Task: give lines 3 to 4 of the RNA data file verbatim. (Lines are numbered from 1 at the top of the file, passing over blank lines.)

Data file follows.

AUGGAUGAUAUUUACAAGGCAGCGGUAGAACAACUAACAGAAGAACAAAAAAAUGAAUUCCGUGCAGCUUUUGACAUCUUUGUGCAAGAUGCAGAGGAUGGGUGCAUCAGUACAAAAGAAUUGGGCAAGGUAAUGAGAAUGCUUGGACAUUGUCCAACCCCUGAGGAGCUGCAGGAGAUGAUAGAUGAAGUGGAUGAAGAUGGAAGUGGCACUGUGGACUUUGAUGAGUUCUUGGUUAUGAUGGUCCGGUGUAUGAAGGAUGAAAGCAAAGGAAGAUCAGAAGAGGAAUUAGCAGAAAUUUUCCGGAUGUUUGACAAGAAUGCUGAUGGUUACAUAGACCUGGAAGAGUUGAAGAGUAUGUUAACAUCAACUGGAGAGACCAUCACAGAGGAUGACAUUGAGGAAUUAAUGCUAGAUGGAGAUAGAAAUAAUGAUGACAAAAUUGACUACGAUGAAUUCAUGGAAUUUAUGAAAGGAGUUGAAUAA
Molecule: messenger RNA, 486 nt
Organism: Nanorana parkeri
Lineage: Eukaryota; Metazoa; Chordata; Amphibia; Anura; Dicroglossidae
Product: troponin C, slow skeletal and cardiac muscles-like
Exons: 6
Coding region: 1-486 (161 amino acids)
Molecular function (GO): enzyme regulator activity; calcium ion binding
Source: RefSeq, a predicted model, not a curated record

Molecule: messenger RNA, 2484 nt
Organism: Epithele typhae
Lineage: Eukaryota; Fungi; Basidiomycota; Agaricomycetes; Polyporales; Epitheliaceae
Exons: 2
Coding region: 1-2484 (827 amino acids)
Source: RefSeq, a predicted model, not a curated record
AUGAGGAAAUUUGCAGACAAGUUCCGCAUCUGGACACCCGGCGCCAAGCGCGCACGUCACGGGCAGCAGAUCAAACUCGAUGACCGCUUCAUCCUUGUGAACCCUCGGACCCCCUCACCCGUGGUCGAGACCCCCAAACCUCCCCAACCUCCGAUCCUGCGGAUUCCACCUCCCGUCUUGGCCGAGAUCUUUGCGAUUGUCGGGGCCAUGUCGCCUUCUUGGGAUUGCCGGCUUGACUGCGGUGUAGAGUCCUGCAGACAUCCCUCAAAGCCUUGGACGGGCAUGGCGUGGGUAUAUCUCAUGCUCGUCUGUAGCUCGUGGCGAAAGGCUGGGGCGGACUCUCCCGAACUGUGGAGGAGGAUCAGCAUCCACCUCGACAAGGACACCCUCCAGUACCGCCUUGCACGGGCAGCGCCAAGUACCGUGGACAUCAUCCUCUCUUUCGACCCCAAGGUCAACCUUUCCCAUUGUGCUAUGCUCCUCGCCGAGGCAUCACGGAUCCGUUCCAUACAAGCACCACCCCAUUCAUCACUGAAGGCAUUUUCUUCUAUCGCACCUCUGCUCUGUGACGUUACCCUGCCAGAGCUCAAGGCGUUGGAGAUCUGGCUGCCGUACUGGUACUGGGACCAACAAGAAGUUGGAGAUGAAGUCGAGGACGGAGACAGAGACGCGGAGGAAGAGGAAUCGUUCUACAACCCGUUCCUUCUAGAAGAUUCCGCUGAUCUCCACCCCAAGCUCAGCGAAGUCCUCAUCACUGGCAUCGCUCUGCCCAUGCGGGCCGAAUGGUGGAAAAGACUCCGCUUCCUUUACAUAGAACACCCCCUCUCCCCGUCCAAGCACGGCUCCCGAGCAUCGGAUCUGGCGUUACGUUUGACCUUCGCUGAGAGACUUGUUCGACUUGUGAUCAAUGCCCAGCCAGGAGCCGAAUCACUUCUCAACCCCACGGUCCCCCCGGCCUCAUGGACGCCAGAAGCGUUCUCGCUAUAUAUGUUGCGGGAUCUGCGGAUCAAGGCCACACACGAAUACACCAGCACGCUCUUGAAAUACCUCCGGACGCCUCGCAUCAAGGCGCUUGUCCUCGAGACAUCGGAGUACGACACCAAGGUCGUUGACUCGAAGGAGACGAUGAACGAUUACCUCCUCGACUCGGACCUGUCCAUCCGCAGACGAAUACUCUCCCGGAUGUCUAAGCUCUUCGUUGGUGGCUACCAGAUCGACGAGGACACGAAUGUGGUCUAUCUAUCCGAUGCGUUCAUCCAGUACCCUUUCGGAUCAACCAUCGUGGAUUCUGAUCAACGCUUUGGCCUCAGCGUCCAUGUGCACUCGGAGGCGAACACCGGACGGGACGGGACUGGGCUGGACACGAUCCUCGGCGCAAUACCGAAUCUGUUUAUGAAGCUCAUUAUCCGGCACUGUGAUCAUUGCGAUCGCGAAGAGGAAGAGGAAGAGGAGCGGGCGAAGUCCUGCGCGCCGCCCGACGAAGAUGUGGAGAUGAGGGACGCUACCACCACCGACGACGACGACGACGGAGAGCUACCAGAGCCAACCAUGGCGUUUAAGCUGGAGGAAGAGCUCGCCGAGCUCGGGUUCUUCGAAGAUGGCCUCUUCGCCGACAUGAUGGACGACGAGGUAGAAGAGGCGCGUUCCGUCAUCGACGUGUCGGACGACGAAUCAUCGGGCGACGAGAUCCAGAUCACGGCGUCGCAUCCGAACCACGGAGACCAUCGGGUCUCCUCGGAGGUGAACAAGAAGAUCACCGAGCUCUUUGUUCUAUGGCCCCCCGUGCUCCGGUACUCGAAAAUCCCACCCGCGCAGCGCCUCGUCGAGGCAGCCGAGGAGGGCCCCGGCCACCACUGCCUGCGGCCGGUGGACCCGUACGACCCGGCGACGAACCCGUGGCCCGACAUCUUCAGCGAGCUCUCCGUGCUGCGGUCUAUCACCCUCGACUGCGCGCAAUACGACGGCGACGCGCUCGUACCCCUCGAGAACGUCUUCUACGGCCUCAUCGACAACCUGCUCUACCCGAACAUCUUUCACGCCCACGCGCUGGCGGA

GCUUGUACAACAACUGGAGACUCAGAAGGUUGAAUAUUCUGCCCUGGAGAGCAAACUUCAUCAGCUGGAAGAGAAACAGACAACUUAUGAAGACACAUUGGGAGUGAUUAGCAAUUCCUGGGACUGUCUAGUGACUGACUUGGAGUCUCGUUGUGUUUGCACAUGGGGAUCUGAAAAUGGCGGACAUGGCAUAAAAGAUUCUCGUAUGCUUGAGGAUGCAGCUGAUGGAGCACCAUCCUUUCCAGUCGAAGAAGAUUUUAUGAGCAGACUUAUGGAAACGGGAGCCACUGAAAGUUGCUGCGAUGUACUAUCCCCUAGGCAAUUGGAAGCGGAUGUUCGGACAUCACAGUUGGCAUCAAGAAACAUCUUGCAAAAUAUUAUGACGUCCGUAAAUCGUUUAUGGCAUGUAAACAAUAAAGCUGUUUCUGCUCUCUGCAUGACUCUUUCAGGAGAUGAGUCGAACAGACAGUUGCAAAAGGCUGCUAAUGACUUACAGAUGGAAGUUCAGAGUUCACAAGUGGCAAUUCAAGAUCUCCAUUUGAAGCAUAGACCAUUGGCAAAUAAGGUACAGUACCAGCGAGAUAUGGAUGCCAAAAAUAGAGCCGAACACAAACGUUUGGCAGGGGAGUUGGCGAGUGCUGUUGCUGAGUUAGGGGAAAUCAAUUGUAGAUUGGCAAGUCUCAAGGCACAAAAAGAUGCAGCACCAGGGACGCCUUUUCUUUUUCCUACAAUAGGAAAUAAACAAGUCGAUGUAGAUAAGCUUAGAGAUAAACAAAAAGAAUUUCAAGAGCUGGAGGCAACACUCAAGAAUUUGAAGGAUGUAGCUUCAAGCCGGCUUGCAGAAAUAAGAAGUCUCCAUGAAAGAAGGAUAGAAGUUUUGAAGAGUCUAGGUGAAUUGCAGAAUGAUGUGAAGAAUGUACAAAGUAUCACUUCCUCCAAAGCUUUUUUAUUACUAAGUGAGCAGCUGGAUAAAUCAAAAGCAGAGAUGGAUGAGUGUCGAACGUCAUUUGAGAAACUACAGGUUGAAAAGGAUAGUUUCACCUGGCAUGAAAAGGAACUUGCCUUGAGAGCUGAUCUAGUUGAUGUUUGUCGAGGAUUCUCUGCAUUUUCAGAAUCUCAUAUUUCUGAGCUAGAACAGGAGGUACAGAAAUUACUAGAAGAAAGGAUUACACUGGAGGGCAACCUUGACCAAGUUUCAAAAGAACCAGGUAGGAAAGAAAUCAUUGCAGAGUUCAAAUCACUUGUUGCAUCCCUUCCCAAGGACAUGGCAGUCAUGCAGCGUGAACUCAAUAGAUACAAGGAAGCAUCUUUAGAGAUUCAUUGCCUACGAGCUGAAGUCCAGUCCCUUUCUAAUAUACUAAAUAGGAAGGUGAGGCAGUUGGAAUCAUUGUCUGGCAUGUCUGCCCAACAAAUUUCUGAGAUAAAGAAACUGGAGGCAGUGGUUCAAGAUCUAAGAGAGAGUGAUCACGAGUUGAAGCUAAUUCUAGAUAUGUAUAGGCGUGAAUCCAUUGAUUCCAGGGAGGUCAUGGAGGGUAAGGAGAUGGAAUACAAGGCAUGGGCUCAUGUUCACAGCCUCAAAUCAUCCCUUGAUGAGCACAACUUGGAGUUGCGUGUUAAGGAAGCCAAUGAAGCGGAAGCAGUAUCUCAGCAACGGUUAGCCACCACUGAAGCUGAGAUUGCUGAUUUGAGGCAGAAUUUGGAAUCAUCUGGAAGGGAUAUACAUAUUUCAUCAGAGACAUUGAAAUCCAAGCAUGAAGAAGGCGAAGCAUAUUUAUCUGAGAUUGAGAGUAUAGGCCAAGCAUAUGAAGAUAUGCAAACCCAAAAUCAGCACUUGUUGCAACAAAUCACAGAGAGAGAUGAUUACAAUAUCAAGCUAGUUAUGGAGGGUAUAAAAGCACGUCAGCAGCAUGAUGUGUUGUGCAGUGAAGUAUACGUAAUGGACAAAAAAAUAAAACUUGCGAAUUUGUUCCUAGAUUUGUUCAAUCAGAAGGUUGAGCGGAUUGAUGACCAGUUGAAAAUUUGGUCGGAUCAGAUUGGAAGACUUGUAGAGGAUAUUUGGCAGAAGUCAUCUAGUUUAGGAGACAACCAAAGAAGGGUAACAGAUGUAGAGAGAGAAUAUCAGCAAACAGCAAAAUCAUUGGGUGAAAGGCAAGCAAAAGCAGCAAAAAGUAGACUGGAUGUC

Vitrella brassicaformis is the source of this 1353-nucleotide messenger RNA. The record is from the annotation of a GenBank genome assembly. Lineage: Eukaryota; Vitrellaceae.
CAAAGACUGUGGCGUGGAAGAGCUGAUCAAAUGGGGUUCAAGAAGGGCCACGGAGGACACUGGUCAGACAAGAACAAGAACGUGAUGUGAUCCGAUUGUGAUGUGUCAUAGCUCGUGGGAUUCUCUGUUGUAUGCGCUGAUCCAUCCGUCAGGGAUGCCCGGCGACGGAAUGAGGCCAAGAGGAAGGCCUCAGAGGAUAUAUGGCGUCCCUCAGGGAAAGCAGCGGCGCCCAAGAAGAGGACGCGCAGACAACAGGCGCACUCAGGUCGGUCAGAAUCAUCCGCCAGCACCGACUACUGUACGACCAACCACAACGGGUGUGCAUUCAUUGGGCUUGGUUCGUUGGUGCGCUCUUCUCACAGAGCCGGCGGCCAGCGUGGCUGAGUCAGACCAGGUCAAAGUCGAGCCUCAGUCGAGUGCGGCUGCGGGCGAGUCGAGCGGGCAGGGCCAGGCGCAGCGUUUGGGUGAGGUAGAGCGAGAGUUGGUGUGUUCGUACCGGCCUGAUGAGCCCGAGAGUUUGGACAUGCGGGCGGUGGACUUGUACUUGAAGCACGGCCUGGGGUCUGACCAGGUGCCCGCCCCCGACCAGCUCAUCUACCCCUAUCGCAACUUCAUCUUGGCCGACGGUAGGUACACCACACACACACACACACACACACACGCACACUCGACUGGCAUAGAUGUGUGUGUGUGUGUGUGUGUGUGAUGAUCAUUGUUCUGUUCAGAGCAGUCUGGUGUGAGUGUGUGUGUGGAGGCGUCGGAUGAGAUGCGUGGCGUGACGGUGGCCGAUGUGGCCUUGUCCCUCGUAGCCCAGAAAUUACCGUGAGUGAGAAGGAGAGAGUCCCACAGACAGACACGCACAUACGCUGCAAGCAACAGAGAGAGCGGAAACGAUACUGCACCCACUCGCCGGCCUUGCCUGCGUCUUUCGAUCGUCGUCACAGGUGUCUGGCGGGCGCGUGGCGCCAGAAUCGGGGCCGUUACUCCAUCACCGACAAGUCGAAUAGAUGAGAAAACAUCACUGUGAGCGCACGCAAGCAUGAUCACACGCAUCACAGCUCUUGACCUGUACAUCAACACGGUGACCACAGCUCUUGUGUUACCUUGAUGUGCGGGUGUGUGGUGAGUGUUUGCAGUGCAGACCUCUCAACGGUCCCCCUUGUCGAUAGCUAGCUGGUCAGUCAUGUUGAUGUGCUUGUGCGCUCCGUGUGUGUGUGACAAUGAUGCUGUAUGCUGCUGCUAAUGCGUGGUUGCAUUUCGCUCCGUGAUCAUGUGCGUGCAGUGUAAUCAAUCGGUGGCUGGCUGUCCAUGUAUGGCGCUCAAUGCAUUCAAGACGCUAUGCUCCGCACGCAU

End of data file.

Organism: Nanorana parkeri
Lineage: Eukaryota; Metazoa; Chordata; Amphibia; Anura; Dicroglossidae